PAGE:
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Summary of Division II Academic Success Rates

When the Graduation Success Rate (GSR) was developed for Division I, the membership in Divisions II and III began to wonder whether a similar methodology could apply to them, even though the characteristics of membership are different in each division.

Division I student-athletes are more likely than their Division II counterparts to receive a full athletics grant-in-aid. In Division II, grants are based on a partial-scholarship model, whereby many student-athletes receive a portion of athletics-based aid, but few get a “full ride.” Division II also has a great number of student-athletes who participate in sports without receiving any athletics-based aid at all.

For Division II graduation rates, then, the NCAA in 2006 developed the Academic Success Rate (ASR), which is similar to the Division I GSR but also includes freshmen who did not receive athletics aid but did participate in athletics. As the GSR does in Division I, the ASR in Division II reveals student-athlete graduation rates that are much higher than those recorded by the federal methodology.

The most recent Academic Success Rate for the incoming class of 2008 reveals that 72 percent of Division II student-athletes graduate within six years of initial enrollment. The four-year rolling ASR for the 2005-08 classes is 71 percent.

There’s no comparable rate for the student body, but even using the federal methodology, Division II student-athletes in the entering class of 2008 graduated at rates higher (55 percent compared to 49 percent for the most recent cohort) than their student-body peers.

Academic Success Rates in Division II from year to year, while impressive, typically aren’t as high as they are in Divisions I and III, though they’re always higher than graduation rates from the general student body (as is also the case in the other two divisions). Much of the reason for that divisional difference is that the academic missions of many Division II institutions cater to nontraditional students and families that may not have a long lineage of higher education attendance.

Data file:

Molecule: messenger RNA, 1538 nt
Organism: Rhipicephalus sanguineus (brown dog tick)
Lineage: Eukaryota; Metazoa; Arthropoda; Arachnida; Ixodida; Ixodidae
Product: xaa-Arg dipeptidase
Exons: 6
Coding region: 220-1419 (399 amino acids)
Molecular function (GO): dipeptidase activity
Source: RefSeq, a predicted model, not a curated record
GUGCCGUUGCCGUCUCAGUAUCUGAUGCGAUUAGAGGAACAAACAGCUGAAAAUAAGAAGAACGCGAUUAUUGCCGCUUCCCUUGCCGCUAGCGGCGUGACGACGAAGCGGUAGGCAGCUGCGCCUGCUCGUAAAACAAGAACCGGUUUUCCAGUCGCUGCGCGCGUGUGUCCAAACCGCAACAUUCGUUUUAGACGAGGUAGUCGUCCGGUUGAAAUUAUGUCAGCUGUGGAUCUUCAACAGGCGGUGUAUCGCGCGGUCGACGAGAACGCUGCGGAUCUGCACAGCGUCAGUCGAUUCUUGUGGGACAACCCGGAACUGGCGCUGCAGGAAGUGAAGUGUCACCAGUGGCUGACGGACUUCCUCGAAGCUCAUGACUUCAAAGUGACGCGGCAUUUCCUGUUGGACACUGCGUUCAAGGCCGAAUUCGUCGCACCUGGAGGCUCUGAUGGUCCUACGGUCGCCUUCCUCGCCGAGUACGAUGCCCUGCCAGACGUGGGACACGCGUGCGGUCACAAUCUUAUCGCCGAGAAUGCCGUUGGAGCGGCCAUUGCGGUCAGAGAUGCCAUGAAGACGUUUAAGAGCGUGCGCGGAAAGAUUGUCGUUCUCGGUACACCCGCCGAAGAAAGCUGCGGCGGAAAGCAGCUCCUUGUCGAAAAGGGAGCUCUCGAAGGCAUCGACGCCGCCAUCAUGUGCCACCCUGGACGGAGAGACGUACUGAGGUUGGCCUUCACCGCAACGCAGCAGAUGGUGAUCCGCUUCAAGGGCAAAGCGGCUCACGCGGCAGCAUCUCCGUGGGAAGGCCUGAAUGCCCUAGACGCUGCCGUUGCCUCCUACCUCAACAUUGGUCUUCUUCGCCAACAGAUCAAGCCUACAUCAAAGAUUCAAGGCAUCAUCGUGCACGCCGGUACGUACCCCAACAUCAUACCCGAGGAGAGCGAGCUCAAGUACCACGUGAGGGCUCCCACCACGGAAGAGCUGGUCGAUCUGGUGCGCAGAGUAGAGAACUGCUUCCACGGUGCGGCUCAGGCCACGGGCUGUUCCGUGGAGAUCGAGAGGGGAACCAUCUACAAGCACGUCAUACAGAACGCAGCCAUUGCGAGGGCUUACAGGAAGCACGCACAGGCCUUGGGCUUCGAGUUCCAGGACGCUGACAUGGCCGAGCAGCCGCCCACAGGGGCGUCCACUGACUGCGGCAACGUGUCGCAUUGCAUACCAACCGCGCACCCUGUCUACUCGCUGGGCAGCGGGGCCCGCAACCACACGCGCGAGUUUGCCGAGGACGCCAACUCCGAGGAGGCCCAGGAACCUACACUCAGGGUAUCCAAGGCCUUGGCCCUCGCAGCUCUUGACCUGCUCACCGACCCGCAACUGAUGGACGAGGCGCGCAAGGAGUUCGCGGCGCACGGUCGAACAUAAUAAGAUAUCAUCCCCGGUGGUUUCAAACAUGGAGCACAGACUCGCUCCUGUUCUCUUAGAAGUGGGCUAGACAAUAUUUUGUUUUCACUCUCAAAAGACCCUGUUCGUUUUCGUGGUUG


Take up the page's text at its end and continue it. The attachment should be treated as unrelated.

To demonstrate the positive effect that athletics participation has on academic performance at DII schools, the gap in graduation rates between Division II student-athletes and the general student body is almost always much wider than it is in Division I. For the most recent cohort, the student-athlete federal rate was six points higher than the student-body rate, while just two percentage points separated the two cohorts in Division I.

More findings

A breakdown of data by gender for the entering class of 2008 also reveals student-athlete success. The federal rate for male student-athletes was 47 percent, compared with 45 percent for male students. For women, student-athletes posted a 64 percent federal rate as opposed to 53 percent for female students. The ASRs for men and women student-athletes in the entering class of 2008 were 64 percent and 85 percent, respectively.

Those patterns emerged for other demographics, as well.

As for the ASR by sport, golf, ice hockey, lacrosse, tennis and swimming were among the men’s sports posting four-year rolling ASRs above the overall DII ASR of 71 percent. Every women’s sport exceeded the divisional average, including rowing, field hockey, lacrosse, golf, swimming, volleyball and tennis, all of which were 85 percent or higher.

Division II also acquired some valuable longitudinal graduation-rates data in a 2010 study of former student-athletes 10 years removed from their athletics eligibility. Of the 5,400 survey respondents, 89 percent of them said they earned their bachelor’s degree within 10 years of their initial enrollment in college. Fifty percent earned that degree in four years or less. The 89 percent figure is 17 percentage points better than the single-year Academic Success Rate for the most recent entering class of 2008.